Today the Tax Court issued an opinion, Whistleblower 4496-15W v. Commissioner of Internal Revenue, granting the IRS’s motion for summary judgement.  In this case, the informant had received a preliminary award determination for an award of $2,954,933.  Congratulation to the informant in this case on the receipt of an award.  The award was computed as follows in the Summary Report, which is attached to the Preliminary Award Determination letter:

  1. Tax, Penalties, interest, and other amounts collected based on information provided by Whistleblower: $14,489,227
  2. Recommended Award Percentage: 22%
  3. Collected proceeds (Line 1) x recommended award percent (Line 2): $3,187,630
  4. Budget Control Act reduction (Line 3 amount x 7.3 percent): $232,697
  5. Award after Budget Control Act Reduction (Line 3 less Line 4): $2,954,933

The informant in this case ultimately chose to accept the award amount in the preliminary award recommendation by checking the box captioned:

I agree with the preliminary award recommendation and accept it as the award determination.  I waive all of my administrative and judicial appeal rights with respect to the award determination, including my right to petition the United States Tax Court.

The petitioner made this choice after his counsel consulted with the IRS for options of receiving the award but keeping the option to appeal just the Budget Control Act Reduction (more commonly referred to as the “sequester cut”).  The IRS Whistleblower Office processed the paperwork and sent the informant a check for $2,135,826 ($2,954,933 – $819,107 of withheld taxes).  Within 30 days of receiving the check the informant filed a petition with the Tax Court.

The IRS filed a motion to dismiss for lack of jurisdiction, which the Court found that it had because the petition was timely filed within 30 days of the IRS making an award determination in this case.  The motion also urged the Court to dismiss because the petitioner had agreed to waive their right to appeal the award when they accepted the preliminary award recommendation.  The Court treated the acceptance of the preliminary award recommendation as a settlement where the right to further administrative or judicial appeal has been waived.  The Court pointed to the fact that the informant could have elected not to accept the award and when a final award determination was made by the IRS Whistleblower Office, they could have appealed to the Tax Court then.  However, this would have delayed the receipt of the award.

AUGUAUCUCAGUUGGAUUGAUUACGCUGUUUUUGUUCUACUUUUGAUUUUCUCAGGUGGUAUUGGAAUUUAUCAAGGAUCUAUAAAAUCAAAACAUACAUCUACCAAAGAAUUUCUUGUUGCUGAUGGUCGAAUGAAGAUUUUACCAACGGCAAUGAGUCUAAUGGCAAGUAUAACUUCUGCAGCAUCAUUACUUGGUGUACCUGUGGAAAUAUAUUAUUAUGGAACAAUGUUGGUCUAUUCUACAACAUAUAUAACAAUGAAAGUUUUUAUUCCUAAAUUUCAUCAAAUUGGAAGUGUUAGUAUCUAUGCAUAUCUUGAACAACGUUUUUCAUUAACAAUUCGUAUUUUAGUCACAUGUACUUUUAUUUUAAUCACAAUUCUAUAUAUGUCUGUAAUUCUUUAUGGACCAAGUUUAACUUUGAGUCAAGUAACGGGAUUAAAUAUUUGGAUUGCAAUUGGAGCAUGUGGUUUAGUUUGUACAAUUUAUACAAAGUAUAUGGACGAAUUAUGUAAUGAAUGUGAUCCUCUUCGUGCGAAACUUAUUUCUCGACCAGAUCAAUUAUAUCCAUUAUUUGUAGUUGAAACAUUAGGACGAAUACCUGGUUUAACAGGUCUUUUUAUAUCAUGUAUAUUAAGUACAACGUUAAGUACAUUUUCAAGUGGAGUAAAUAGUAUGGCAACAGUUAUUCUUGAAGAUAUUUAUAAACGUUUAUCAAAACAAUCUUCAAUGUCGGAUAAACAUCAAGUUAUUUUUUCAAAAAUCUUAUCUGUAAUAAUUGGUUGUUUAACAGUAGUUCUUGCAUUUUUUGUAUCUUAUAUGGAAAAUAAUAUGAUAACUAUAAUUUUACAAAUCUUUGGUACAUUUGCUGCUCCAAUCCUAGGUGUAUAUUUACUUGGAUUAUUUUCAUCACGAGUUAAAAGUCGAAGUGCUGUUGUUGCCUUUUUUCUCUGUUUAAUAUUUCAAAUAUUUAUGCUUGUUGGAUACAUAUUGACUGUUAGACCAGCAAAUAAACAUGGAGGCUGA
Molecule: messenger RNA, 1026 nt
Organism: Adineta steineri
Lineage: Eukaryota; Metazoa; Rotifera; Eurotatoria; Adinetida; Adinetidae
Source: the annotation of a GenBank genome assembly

Trump/Mnuchin

In our experience the IRS is a peculiarly apolitical organization – despite the Lerner email scandal and the targeting of conservative groups for noncompliant tax exempt status claims, almost every position in the IRS is not motivated by or responsive to political considerations – but when we have a change of administration it means we have a new political people in the top tier at the Treasury Department, which runs the IRS.   Yesterday the new administration’s appointee as Treasury Secretary Steven Mnuchin was confirmed by the Senate, so the question you may all be asking is: as current or prospective whistleblowers, what does that mean to us?

Senator Grassley had the opportunity to question the nominee about his thoughts on the Program, and here is what he just said about Mnuchin:

As the author of the provisions improving the incentives for whistleblowers to come forward about large dollar tax fraud, I was glad to receive a commitment from Mr. Mnuchin in support of a strong IRS whistleblower function.   Whistleblowers have helped the IRS recover $3.4 billion that otherwise would have been lost to fraud.  Cracking down on big dollar tax fraud is a matter of fairness to the vast majority of taxpayers who pay what they owe.  The IRS has made progress in working with whistleblowers, but there’s more work to be done.

Previously Grassley said this about the nominee after his Finance Committee nomination hearing: “Mr. Mnuchin gave his assurance that he’ll work with me if confirmed to support tax fraud whistleblowers.” It is a positive sign to whistleblowers that we have such a show of commitment by the incoming administration.  This statute isn’t going to be eliminated, and if anything whistleblowers can expect to see the statute strengthened in the coming years with cooperation by Treasury leadership.